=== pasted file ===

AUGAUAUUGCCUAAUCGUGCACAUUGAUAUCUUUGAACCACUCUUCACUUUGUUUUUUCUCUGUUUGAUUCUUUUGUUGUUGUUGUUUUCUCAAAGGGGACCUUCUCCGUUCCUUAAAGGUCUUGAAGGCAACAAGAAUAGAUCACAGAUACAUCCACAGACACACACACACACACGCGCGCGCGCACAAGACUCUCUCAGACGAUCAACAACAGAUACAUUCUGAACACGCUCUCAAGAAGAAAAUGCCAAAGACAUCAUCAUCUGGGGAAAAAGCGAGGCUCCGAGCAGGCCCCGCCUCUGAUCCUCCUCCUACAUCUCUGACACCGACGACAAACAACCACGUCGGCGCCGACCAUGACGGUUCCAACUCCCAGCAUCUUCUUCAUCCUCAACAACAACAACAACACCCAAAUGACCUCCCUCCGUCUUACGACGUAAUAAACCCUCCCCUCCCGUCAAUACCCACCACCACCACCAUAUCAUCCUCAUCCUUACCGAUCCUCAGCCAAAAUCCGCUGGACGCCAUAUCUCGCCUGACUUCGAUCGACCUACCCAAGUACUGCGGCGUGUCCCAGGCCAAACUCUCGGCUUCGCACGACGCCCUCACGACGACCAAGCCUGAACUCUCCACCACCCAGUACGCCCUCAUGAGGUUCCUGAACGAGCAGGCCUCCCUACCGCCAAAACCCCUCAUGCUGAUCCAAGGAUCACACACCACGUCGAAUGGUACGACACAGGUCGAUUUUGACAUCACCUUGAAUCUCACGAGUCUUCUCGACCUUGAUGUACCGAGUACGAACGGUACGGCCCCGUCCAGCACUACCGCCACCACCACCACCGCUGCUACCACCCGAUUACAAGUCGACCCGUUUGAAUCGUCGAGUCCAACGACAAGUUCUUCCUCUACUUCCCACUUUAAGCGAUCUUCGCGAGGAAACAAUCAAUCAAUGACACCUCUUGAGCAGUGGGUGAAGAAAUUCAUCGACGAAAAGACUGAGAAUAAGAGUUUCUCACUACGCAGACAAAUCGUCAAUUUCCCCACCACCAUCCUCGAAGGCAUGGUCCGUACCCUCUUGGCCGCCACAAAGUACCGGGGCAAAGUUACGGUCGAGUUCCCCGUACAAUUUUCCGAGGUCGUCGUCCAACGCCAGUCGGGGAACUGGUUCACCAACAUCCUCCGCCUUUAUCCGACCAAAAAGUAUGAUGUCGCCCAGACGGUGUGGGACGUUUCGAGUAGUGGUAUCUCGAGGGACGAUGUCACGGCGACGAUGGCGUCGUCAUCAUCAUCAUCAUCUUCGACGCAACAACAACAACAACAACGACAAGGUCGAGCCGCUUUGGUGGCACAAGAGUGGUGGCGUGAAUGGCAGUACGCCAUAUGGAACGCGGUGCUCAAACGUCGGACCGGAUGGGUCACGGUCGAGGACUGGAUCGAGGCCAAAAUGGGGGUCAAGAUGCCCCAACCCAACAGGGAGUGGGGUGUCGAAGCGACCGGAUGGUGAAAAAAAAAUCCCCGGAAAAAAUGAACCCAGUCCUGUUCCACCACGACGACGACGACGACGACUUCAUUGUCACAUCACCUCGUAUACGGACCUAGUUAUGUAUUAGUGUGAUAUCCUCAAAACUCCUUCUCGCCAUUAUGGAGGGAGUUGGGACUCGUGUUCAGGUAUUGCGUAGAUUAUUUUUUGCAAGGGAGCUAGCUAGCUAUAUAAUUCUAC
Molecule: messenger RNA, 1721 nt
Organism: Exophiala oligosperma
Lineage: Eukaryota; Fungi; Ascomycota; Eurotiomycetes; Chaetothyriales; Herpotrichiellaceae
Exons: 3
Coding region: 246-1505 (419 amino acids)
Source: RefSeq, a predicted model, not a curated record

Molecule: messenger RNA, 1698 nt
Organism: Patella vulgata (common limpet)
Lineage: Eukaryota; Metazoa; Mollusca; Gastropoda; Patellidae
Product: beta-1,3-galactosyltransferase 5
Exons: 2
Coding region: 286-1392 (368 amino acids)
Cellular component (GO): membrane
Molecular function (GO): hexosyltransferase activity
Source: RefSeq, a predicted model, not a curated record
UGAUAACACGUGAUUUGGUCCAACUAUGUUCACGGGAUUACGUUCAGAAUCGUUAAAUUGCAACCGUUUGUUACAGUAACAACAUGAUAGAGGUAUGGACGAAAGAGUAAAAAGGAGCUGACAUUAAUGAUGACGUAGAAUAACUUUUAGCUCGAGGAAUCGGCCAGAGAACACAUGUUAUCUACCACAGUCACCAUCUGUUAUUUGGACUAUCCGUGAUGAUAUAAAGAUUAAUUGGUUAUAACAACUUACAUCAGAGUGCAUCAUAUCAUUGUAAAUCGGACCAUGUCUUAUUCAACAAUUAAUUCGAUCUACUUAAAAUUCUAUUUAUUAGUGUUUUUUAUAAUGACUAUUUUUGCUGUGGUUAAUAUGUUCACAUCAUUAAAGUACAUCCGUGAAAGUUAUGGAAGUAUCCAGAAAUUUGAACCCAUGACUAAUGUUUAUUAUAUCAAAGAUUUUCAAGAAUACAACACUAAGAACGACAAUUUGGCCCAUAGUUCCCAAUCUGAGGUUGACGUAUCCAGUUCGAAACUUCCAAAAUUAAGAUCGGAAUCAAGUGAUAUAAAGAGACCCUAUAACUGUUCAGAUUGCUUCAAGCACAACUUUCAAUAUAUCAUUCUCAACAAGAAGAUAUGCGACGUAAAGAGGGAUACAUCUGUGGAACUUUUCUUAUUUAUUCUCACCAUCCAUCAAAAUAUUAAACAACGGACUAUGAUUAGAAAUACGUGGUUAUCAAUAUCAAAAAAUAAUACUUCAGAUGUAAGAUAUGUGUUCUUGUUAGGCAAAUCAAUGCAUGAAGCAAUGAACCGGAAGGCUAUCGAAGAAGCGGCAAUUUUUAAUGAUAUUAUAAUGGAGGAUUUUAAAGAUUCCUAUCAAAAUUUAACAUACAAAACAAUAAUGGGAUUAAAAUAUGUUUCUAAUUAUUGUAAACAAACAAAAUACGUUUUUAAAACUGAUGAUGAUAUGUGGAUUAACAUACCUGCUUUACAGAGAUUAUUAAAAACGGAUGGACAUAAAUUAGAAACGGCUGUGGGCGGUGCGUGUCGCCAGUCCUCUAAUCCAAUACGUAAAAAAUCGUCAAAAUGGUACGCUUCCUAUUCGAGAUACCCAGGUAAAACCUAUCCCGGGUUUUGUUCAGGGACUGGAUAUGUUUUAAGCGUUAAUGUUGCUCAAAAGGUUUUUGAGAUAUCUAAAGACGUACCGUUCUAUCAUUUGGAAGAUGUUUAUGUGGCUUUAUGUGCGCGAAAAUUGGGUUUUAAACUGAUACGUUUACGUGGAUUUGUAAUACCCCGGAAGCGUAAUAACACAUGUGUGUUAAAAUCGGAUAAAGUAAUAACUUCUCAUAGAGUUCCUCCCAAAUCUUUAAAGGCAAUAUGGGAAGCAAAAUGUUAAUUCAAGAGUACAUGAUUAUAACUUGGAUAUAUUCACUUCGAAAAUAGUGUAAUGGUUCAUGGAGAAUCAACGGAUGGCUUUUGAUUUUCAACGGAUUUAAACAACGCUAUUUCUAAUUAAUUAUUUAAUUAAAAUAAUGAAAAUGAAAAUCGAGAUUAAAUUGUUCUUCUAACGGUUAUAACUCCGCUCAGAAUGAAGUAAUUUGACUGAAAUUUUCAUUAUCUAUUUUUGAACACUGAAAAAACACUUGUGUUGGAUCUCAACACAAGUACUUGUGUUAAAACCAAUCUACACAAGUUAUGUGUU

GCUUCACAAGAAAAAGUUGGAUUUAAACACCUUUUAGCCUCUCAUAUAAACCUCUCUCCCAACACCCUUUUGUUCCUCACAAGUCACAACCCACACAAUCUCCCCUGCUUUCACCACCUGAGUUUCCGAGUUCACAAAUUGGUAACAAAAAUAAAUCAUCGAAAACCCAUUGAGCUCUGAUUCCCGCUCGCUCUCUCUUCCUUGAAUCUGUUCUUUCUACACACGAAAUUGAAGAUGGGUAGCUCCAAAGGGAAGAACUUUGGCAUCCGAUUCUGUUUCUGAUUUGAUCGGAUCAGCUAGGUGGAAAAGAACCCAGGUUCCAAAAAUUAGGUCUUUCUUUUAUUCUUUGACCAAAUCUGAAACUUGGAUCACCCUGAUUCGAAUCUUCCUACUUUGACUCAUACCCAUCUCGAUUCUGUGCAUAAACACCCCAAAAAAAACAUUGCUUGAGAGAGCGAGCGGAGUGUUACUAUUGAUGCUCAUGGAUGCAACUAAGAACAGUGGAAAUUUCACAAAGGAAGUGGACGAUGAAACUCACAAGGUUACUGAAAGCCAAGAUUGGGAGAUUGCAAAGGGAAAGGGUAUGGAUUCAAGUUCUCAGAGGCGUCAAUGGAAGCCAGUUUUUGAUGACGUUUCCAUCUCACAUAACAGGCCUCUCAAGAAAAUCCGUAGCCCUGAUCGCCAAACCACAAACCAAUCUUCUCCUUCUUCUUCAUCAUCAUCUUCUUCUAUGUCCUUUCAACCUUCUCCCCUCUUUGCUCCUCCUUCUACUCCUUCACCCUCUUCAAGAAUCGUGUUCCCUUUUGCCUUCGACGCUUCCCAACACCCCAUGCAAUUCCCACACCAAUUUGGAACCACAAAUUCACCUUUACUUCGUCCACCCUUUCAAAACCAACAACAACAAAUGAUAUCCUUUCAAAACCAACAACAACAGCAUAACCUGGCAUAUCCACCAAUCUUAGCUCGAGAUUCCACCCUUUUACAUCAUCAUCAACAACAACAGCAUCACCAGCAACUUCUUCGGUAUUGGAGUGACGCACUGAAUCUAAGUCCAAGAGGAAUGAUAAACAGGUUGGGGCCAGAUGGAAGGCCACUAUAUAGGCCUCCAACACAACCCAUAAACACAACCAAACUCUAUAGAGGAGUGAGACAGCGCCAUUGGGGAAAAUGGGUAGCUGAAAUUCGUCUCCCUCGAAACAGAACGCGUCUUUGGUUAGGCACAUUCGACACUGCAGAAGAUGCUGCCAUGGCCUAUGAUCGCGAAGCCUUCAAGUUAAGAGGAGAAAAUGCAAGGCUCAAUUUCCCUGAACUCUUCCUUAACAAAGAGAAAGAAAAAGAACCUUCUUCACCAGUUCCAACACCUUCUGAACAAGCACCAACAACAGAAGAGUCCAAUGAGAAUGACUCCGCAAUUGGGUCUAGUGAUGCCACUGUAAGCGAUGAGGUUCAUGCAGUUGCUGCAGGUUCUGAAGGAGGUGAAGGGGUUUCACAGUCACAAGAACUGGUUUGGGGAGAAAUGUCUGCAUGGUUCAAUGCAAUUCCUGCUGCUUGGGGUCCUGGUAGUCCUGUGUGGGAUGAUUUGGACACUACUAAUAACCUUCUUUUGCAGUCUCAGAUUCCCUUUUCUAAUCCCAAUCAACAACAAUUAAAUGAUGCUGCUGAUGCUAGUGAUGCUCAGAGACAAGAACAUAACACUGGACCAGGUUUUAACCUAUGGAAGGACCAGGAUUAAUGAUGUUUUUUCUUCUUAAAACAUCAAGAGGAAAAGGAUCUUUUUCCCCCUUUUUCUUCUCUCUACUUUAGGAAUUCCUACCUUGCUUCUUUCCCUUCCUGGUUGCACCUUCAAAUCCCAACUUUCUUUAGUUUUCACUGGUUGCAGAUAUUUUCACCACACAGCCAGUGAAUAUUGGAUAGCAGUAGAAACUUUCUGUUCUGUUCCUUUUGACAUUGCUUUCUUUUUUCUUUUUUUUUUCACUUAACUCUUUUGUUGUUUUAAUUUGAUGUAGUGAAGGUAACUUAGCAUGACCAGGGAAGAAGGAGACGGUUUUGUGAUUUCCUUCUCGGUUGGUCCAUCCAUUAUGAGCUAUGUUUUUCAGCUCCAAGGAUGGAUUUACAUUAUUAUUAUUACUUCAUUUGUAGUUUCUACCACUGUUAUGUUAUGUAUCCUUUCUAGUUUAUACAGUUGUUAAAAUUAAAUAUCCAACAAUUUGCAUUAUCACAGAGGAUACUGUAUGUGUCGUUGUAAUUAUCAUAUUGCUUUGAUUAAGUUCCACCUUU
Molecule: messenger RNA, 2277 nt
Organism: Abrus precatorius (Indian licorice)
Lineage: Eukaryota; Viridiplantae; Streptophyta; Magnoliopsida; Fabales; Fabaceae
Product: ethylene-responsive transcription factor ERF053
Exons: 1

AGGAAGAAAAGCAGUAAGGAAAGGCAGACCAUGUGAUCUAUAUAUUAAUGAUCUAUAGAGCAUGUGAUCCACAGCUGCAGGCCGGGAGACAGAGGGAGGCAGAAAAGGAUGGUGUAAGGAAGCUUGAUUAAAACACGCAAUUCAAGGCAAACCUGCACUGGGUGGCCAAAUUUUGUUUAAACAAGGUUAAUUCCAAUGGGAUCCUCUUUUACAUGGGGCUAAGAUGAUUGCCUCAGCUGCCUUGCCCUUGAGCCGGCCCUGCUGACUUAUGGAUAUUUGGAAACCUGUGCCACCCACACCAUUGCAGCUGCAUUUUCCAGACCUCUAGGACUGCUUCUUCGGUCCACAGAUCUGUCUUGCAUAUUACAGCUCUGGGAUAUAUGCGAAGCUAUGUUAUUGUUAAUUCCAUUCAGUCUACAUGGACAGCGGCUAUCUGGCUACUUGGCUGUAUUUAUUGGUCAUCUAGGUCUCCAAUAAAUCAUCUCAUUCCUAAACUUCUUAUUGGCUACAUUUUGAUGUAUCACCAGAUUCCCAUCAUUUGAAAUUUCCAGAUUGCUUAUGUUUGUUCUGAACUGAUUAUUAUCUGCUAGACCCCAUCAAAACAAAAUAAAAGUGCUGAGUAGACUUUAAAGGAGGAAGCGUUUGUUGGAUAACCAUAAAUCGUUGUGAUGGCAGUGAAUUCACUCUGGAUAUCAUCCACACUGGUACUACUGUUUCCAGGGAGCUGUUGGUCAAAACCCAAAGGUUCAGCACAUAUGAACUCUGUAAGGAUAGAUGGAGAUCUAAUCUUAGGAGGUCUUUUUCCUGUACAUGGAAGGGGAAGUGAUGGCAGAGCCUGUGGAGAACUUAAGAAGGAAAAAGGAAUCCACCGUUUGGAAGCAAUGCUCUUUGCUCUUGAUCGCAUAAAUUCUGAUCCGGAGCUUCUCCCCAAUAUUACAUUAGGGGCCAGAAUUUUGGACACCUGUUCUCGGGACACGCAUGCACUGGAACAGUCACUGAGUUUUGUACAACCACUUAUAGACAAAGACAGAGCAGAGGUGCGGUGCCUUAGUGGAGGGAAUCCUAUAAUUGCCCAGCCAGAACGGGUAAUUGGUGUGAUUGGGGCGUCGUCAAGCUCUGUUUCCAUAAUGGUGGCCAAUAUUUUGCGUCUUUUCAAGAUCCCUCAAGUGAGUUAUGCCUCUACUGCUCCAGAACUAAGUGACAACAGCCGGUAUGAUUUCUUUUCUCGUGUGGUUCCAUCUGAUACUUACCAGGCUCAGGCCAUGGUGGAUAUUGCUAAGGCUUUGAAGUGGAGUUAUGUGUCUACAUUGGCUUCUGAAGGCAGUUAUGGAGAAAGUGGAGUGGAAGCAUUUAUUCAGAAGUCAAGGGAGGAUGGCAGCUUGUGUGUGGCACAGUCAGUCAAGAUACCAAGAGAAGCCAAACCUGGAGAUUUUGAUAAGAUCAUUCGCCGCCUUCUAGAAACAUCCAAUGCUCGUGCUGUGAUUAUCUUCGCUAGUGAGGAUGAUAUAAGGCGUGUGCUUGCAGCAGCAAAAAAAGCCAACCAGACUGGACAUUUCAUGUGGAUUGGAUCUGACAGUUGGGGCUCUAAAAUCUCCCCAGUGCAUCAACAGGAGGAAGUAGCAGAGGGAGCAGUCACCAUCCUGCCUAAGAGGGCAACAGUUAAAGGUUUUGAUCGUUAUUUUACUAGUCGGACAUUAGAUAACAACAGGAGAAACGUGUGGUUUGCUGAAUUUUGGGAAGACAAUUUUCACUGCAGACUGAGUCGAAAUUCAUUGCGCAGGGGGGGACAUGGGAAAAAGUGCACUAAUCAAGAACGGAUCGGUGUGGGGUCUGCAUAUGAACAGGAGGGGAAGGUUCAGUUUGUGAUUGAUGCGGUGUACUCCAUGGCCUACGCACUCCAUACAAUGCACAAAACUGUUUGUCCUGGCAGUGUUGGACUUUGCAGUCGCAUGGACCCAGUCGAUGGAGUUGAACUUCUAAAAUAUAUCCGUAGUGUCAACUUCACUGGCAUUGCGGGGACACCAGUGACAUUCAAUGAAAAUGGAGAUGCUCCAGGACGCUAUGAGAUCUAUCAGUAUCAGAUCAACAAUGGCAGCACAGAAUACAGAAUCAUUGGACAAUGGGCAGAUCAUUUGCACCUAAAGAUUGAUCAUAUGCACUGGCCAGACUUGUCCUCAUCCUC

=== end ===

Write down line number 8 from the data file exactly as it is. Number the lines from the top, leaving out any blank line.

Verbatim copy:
Molecule: messenger RNA, 1698 nt